To blitz or not to blitz?

In their last game against Brooklyn, the Sixers found success defensively after they started blitzing and double teaming the pick and roll in the second half. Defending the pick and roll has been one of the Sixers biggest defensive weaknesses this season. With a team certainly looking to exploit that, it’ll be interesting to see what defensive adjustments the Sixers start this game off with.

Clutch Who?

The Brooklyn Nets are tied for the most clutch games (those in which the margin has been five points or fewer during the final five minutes of a game), in the NBA this season with 17, but their record is just 5-12 in those games. The Sixers, on the other hand, have played in just one less clutch game this season, but their record is 13-3 (and two of those wins are game-winning three-pointers by Jimmy Butler). With Butler likely out tonight, and the game on the line, who steps up?

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You’ve never seen a practice court like the Sixers'


You’ve never seen a practice court like the Sixers'

No matter the sport, no matter the decade, there is one question that always remains the same.

How do you gain that edge?

And under normal circumstances, once you’ve felt like you were on to something, you’d prefer not to share it with the world. Because then, what would the advantage be, if your opponents could use it, too?

Such is the case when you’ve creatively painted advanced statistics onto your practice court, an area that also happens to be visible to us media folk.

You might’ve already heard about the four-point line added last season, a light grey semi-circle, measured exactly five feet behind the traditional three-point line. And no, it’s not to encourage four-point shots in practice. In it’s most simplistic form, it is there as a reminder (or requirement, rather) to spread the floor, to create additional room in the half-court, in a league where the three-point shot is king.  

But, before the season started there were two further innovations to the practice court.

The first being four 28 x 84 inch (or 2 1/3 x 7 feet) red rectangles, placed in each of the four corners of the court.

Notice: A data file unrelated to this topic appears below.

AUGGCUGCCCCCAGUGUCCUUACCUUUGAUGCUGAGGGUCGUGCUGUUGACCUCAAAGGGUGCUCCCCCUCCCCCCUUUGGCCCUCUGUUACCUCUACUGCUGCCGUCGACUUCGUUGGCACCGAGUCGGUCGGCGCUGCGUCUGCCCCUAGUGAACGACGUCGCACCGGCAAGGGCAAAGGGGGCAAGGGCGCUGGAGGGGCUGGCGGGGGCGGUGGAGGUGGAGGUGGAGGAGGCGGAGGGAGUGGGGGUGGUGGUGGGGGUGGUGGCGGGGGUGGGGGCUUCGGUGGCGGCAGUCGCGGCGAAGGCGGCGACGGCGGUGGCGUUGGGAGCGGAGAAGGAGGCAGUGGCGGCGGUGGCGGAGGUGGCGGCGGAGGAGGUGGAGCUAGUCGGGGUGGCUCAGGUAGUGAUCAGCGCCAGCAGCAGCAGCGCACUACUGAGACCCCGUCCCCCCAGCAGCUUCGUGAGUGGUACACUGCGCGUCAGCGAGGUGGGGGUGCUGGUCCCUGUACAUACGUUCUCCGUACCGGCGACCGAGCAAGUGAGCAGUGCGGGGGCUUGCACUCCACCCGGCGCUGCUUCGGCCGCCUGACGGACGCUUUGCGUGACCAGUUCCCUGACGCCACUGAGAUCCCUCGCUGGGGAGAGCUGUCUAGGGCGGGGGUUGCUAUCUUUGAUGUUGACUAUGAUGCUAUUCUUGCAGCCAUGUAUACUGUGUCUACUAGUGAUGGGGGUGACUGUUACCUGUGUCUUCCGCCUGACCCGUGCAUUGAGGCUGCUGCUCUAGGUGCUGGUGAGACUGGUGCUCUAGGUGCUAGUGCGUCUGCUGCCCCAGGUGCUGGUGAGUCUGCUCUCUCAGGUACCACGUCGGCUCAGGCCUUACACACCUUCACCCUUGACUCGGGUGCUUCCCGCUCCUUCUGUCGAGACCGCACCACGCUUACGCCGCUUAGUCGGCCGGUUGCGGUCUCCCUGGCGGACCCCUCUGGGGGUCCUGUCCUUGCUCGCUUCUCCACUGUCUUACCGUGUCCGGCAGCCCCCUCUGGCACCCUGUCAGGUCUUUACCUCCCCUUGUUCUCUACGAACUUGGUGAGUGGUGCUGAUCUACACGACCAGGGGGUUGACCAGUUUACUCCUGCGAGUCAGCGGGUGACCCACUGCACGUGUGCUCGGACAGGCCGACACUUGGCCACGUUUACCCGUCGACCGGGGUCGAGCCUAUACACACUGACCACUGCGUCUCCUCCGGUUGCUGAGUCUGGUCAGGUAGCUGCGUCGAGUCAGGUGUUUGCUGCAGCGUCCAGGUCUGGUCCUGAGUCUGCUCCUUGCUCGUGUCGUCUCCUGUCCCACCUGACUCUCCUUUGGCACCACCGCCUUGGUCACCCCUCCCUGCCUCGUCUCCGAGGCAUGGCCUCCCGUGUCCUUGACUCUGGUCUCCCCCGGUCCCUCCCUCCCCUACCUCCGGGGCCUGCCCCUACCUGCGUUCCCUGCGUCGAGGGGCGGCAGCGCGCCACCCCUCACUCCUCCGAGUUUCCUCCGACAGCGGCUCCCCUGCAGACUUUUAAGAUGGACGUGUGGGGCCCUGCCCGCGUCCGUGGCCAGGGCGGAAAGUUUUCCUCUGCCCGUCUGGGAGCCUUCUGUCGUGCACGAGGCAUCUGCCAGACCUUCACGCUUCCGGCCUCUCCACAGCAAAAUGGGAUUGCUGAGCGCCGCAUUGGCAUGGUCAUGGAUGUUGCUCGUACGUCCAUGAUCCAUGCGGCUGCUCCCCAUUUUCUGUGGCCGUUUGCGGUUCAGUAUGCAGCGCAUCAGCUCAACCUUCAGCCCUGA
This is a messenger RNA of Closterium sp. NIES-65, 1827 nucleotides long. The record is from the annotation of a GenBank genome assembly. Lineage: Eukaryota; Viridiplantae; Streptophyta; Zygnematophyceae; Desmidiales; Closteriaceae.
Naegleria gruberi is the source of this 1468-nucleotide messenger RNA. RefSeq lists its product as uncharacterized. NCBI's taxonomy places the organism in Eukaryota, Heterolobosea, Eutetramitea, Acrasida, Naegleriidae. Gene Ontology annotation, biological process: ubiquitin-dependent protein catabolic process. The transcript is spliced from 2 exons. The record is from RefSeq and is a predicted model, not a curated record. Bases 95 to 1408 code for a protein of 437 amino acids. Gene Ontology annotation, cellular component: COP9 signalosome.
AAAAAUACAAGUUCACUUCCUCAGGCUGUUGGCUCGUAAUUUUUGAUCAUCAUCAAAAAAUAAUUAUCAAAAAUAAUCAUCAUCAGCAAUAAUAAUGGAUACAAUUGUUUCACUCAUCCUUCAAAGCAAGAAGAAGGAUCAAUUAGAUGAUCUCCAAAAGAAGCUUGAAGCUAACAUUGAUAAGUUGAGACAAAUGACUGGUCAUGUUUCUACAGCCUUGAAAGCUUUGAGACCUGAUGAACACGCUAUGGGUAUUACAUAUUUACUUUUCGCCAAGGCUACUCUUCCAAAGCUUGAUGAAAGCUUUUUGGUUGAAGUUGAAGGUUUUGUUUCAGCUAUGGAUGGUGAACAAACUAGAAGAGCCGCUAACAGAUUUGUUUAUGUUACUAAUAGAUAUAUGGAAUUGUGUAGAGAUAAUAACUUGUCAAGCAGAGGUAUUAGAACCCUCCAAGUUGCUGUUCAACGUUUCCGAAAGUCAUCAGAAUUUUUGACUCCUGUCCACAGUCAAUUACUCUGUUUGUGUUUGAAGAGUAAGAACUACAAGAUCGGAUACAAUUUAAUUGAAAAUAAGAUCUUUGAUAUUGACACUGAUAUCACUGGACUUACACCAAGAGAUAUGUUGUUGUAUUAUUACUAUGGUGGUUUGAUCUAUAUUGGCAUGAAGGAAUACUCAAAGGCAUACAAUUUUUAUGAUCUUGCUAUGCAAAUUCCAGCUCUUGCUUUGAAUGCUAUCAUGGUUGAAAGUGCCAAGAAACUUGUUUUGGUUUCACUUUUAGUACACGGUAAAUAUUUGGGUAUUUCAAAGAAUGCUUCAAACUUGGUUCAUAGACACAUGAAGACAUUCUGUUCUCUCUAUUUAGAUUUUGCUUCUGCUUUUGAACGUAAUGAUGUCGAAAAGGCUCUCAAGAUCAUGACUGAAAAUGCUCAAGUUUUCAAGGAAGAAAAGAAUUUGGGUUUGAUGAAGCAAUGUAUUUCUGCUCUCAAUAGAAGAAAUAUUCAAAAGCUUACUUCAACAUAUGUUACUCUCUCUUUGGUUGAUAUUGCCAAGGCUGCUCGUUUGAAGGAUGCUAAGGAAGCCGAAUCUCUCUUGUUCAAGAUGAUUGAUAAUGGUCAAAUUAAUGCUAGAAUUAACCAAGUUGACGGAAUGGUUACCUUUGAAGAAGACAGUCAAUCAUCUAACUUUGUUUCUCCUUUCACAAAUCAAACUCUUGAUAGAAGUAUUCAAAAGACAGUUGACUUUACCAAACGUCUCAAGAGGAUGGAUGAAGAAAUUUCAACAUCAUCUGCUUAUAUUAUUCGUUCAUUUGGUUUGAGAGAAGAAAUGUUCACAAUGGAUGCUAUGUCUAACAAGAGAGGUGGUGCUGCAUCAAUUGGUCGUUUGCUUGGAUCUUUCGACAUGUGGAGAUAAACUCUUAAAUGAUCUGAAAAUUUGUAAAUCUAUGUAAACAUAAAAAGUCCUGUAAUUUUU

The second is an arc that spans a few feet beyond the width of the paint and a few feet short of the top of the key.

Let’s start with the rectangles.

Their purpose is two-fold. Defensively, they are a hint to close out on shooters. Offensively, they are a reminder that someone should be in both corners within the first 3-5 seconds of the shot clock to get the offense in motion.

“It’s one of those absolutes,” Brown explained of his new practice court additions. “It’s not negotiable and because of that, it has a far greater chance to succeed over time. We can keep reinforcing it, keep talking about it, and because you come into the gym and it’s clearly delineated, the message, plus the visual does not go away.”

28 games in, and the Sixers are already seeing improvements defensively. Sixers opponents are shooting just 31.3 percent from corner threes this season, the best mark in the NBA. Granted, there’s still a long way to go and Brown stressed something like this takes time.

“I can see that over the course of a year, you have a far greater chance, when you can find those things that aren’t anything but black and white and there's no vagueness or ambiguity, then you have a chance to fix it and get better at it.”

Brown seemed a bit more hesitant to reveal the reasoning behind the arc, which is driven out of the volume of threes that has taken over the NBA game and where a miss winds up after a perimeter shot.

“Where do the highest volume of three-point misses occur? After we came up with that measurement, we painted the line. Within that arc, that's where the highest volume of misses occur (on three-point shots).”

“It’s a stupid number, pick it, five million three point shots studied,” Brown estimated. “That (pointing to the space within the arc) is where misses occur.”

Again, the purpose is two-fold.

“We are trying to, offensively, get into this area, and defensively trying to keep people out of this area.”

By doing so, offensively, the Sixers are able to determine where most shots land after long misses, which in theory, should also produce more offensive rebounds. Defensively, you try to keep your opponents out of that area when a three-pointer goes up, which in theory, should produce more defensive rebounds.

But there was one more thing Brown had to say before walking away.

“We just spill our guts and share secrets to the world,” Brown said, shaking his head, seemingly disappointed in sharing something they’ve worked so hard for. “This is my court. This is 57 years, 35 worth of beliefs…”

“Why would I go telling other people how to get better, why would I do that? Why?”

And with that, Brown turned away, stepped over his four-point line and marched back to the bench.